What is democracy? The answer given by civics textbooks and constitutional law treatises has the merit of being simple.
Carl von Clausewitz’s formula that war is the continuation of politics by other means is reinforced in the 21st century by geoeconomics, where supply chains, promising technologies and control over financial and other assets simply compel decision
On March 12th, 1992, a light-rail trolley train in service of the Gothenburg, Sweden mass-transit system, got stuck without power at the top of a hill.
We Russians don't need Ukraine. Christ needs it. And that is why we are there.
Three options are being discussed at the top right now:
In the pages of Foreign Affairs, the indefatigable Robert Kagan recently weighed in with yet another fervent appeal on behalf of empire. Ever the true-blue American, Kagan avoids using the offensive E-word, of course.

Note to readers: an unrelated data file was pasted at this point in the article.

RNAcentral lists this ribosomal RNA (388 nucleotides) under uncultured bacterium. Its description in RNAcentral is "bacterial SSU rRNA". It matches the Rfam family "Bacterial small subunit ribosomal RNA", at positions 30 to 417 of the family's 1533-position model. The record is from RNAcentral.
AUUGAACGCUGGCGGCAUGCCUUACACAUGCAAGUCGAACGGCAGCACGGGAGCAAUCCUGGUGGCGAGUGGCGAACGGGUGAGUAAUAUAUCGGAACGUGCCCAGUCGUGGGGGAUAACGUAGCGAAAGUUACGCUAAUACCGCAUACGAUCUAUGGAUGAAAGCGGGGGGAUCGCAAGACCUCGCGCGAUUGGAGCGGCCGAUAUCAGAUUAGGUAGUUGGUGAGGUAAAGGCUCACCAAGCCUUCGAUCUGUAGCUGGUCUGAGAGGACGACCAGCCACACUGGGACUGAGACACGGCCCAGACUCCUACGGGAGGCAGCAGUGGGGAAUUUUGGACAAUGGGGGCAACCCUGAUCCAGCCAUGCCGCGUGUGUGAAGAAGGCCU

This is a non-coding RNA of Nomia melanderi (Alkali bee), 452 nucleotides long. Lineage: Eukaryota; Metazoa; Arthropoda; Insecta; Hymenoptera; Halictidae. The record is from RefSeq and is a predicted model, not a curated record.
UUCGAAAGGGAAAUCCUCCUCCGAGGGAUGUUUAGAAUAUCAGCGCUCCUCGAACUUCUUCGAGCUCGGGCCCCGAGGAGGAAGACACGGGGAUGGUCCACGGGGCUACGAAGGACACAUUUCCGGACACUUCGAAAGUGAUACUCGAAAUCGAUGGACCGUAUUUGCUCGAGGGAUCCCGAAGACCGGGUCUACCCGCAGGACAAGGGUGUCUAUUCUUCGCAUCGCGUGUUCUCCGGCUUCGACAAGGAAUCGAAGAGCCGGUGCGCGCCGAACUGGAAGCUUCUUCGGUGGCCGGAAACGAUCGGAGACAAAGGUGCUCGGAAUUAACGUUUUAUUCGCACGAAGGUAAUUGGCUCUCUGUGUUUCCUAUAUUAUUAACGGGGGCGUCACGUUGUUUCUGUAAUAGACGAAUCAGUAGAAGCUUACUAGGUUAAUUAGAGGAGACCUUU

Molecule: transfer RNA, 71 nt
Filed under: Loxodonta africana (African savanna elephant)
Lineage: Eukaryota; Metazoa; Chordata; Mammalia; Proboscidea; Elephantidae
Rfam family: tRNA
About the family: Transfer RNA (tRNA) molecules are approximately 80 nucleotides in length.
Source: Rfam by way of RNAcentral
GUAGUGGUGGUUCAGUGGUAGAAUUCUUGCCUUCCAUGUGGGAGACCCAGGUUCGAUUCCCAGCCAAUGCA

With the onset of Russia’s vast military operation on the territory of Ukraine, the whole world entered a decisive phase of its history.
Wokeism has been described by its critics as the omnipresent use of race—and to a lesser extent, gender—to replace meritocracy and thus ensure equality of result.
Max Weber argued that “power is the likelihood that one actor within social relations will be able to achieve his goal despite opposition” 1… In his book Economy and Society, Weber identifies three types of domination.
In Dugin’s analysis, liberalism tends to self-abolition in nihilism, and is able to counteract this fate — if only temporarily — by defining itself against a concrete enemy. Without the war against illiberalism, liberalism reverts to being nothing at all, a free-floating negation without purpose. Therefore, the impending war on Russia is a requirement of liberalism’s intrinsic cultural process. It is a flight from nihilism, which is to say: the history of nihilism propels it.